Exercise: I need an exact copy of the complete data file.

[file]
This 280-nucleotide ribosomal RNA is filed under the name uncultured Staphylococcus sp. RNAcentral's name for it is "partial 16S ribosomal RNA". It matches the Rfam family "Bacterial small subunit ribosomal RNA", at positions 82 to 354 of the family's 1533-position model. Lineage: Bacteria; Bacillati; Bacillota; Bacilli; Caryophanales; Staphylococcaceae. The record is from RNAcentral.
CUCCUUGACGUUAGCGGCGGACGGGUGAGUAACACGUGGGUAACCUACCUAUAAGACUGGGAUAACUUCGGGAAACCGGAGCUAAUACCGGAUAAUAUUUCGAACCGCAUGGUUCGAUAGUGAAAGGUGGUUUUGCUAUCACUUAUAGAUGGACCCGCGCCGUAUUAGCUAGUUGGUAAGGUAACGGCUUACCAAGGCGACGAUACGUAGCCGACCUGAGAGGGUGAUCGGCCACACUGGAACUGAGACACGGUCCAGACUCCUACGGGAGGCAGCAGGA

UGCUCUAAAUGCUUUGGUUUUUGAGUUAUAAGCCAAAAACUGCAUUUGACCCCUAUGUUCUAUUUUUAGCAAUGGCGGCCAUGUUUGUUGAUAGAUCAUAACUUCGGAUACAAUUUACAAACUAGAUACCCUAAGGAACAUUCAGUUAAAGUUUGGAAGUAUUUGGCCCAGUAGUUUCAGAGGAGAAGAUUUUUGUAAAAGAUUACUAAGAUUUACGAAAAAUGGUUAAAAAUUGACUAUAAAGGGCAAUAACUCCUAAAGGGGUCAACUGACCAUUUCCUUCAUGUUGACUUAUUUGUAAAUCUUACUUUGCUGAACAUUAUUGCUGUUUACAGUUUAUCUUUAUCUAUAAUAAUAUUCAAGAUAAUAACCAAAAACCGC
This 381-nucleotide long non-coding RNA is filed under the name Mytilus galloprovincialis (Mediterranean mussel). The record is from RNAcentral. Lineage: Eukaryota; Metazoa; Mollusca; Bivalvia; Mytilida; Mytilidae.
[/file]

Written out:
This 280-nucleotide ribosomal RNA is filed under the name uncultured Staphylococcus sp. RNAcentral's name for it is "partial 16S ribosomal RNA". It matches the Rfam family "Bacterial small subunit ribosomal RNA", at positions 82 to 354 of the family's 1533-position model. Lineage: Bacteria; Bacillati; Bacillota; Bacilli; Caryophanales; Staphylococcaceae. The record is from RNAcentral.
CUCCUUGACGUUAGCGGCGGACGGGUGAGUAACACGUGGGUAACCUACCUAUAAGACUGGGAUAACUUCGGGAAACCGGAGCUAAUACCGGAUAAUAUUUCGAACCGCAUGGUUCGAUAGUGAAAGGUGGUUUUGCUAUCACUUAUAGAUGGACCCGCGCCGUAUUAGCUAGUUGGUAAGGUAACGGCUUACCAAGGCGACGAUACGUAGCCGACCUGAGAGGGUGAUCGGCCACACUGGAACUGAGACACGGUCCAGACUCCUACGGGAGGCAGCAGGA

UGCUCUAAAUGCUUUGGUUUUUGAGUUAUAAGCCAAAAACUGCAUUUGACCCCUAUGUUCUAUUUUUAGCAAUGGCGGCCAUGUUUGUUGAUAGAUCAUAACUUCGGAUACAAUUUACAAACUAGAUACCCUAAGGAACAUUCAGUUAAAGUUUGGAAGUAUUUGGCCCAGUAGUUUCAGAGGAGAAGAUUUUUGUAAAAGAUUACUAAGAUUUACGAAAAAUGGUUAAAAAUUGACUAUAAAGGGCAAUAACUCCUAAAGGGGUCAACUGACCAUUUCCUUCAUGUUGACUUAUUUGUAAAUCUUACUUUGCUGAACAUUAUUGCUGUUUACAGUUUAUCUUUAUCUAUAAUAAUAUUCAAGAUAAUAACCAAAAACCGC
This 381-nucleotide long non-coding RNA is filed under the name Mytilus galloprovincialis (Mediterranean mussel). The record is from RNAcentral. Lineage: Eukaryota; Metazoa; Mollusca; Bivalvia; Mytilida; Mytilidae.